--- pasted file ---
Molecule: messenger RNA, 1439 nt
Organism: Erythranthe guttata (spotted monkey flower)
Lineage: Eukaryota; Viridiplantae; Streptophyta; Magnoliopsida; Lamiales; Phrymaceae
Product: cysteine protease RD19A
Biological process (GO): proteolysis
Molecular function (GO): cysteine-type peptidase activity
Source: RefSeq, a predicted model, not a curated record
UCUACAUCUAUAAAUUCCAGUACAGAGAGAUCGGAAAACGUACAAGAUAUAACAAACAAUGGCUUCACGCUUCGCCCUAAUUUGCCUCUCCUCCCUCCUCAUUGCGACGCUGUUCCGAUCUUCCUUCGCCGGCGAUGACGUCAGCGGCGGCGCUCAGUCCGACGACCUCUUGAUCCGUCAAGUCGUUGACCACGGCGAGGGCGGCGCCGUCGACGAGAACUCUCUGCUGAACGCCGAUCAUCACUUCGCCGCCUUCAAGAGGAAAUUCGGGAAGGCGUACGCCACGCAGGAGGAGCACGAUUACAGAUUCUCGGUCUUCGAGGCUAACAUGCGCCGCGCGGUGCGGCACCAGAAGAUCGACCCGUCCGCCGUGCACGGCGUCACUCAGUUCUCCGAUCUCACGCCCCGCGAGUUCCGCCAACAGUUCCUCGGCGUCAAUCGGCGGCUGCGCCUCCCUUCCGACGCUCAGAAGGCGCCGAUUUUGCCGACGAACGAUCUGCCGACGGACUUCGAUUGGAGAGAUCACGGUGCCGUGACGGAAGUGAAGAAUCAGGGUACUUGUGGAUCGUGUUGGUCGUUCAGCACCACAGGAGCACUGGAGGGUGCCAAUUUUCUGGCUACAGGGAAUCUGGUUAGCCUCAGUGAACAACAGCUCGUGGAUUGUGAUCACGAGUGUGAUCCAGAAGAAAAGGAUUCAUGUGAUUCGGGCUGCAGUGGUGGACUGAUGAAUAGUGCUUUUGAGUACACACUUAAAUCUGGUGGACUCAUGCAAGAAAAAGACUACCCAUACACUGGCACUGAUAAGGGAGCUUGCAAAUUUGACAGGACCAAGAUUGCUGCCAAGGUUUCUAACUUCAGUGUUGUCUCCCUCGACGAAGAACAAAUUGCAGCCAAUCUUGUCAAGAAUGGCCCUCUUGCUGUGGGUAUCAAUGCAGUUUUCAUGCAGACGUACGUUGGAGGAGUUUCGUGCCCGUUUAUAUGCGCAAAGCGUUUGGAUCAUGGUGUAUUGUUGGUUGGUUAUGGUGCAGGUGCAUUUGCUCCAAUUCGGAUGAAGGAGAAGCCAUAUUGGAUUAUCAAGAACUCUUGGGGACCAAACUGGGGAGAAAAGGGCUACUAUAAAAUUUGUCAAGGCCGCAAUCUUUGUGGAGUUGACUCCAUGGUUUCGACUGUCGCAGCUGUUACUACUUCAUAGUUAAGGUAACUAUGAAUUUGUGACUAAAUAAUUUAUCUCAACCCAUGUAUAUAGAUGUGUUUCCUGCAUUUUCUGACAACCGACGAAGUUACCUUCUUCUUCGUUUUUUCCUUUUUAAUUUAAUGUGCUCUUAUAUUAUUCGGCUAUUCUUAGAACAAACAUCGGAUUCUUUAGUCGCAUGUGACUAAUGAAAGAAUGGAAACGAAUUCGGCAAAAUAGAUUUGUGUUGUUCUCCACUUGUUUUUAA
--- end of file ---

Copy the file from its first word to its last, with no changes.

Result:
Molecule: messenger RNA, 1439 nt
Organism: Erythranthe guttata (spotted monkey flower)
Lineage: Eukaryota; Viridiplantae; Streptophyta; Magnoliopsida; Lamiales; Phrymaceae
Product: cysteine protease RD19A
Biological process (GO): proteolysis
Molecular function (GO): cysteine-type peptidase activity
Source: RefSeq, a predicted model, not a curated record
UCUACAUCUAUAAAUUCCAGUACAGAGAGAUCGGAAAACGUACAAGAUAUAACAAACAAUGGCUUCACGCUUCGCCCUAAUUUGCCUCUCCUCCCUCCUCAUUGCGACGCUGUUCCGAUCUUCCUUCGCCGGCGAUGACGUCAGCGGCGGCGCUCAGUCCGACGACCUCUUGAUCCGUCAAGUCGUUGACCACGGCGAGGGCGGCGCCGUCGACGAGAACUCUCUGCUGAACGCCGAUCAUCACUUCGCCGCCUUCAAGAGGAAAUUCGGGAAGGCGUACGCCACGCAGGAGGAGCACGAUUACAGAUUCUCGGUCUUCGAGGCUAACAUGCGCCGCGCGGUGCGGCACCAGAAGAUCGACCCGUCCGCCGUGCACGGCGUCACUCAGUUCUCCGAUCUCACGCCCCGCGAGUUCCGCCAACAGUUCCUCGGCGUCAAUCGGCGGCUGCGCCUCCCUUCCGACGCUCAGAAGGCGCCGAUUUUGCCGACGAACGAUCUGCCGACGGACUUCGAUUGGAGAGAUCACGGUGCCGUGACGGAAGUGAAGAAUCAGGGUACUUGUGGAUCGUGUUGGUCGUUCAGCACCACAGGAGCACUGGAGGGUGCCAAUUUUCUGGCUACAGGGAAUCUGGUUAGCCUCAGUGAACAACAGCUCGUGGAUUGUGAUCACGAGUGUGAUCCAGAAGAAAAGGAUUCAUGUGAUUCGGGCUGCAGUGGUGGACUGAUGAAUAGUGCUUUUGAGUACACACUUAAAUCUGGUGGACUCAUGCAAGAAAAAGACUACCCAUACACUGGCACUGAUAAGGGAGCUUGCAAAUUUGACAGGACCAAGAUUGCUGCCAAGGUUUCUAACUUCAGUGUUGUCUCCCUCGACGAAGAACAAAUUGCAGCCAAUCUUGUCAAGAAUGGCCCUCUUGCUGUGGGUAUCAAUGCAGUUUUCAUGCAGACGUACGUUGGAGGAGUUUCGUGCCCGUUUAUAUGCGCAAAGCGUUUGGAUCAUGGUGUAUUGUUGGUUGGUUAUGGUGCAGGUGCAUUUGCUCCAAUUCGGAUGAAGGAGAAGCCAUAUUGGAUUAUCAAGAACUCUUGGGGACCAAACUGGGGAGAAAAGGGCUACUAUAAAAUUUGUCAAGGCCGCAAUCUUUGUGGAGUUGACUCCAUGGUUUCGACUGUCGCAGCUGUUACUACUUCAUAGUUAAGGUAACUAUGAAUUUGUGACUAAAUAAUUUAUCUCAACCCAUGUAUAUAGAUGUGUUUCCUGCAUUUUCUGACAACCGACGAAGUUACCUUCUUCUUCGUUUUUUCCUUUUUAAUUUAAUGUGCUCUUAUAUUAUUCGGCUAUUCUUAGAACAAACAUCGGAUUCUUUAGUCGCAUGUGACUAAUGAAAGAAUGGAAACGAAUUCGGCAAAAUAGAUUUGUGUUGUUCUCCACUUGUUUUUAA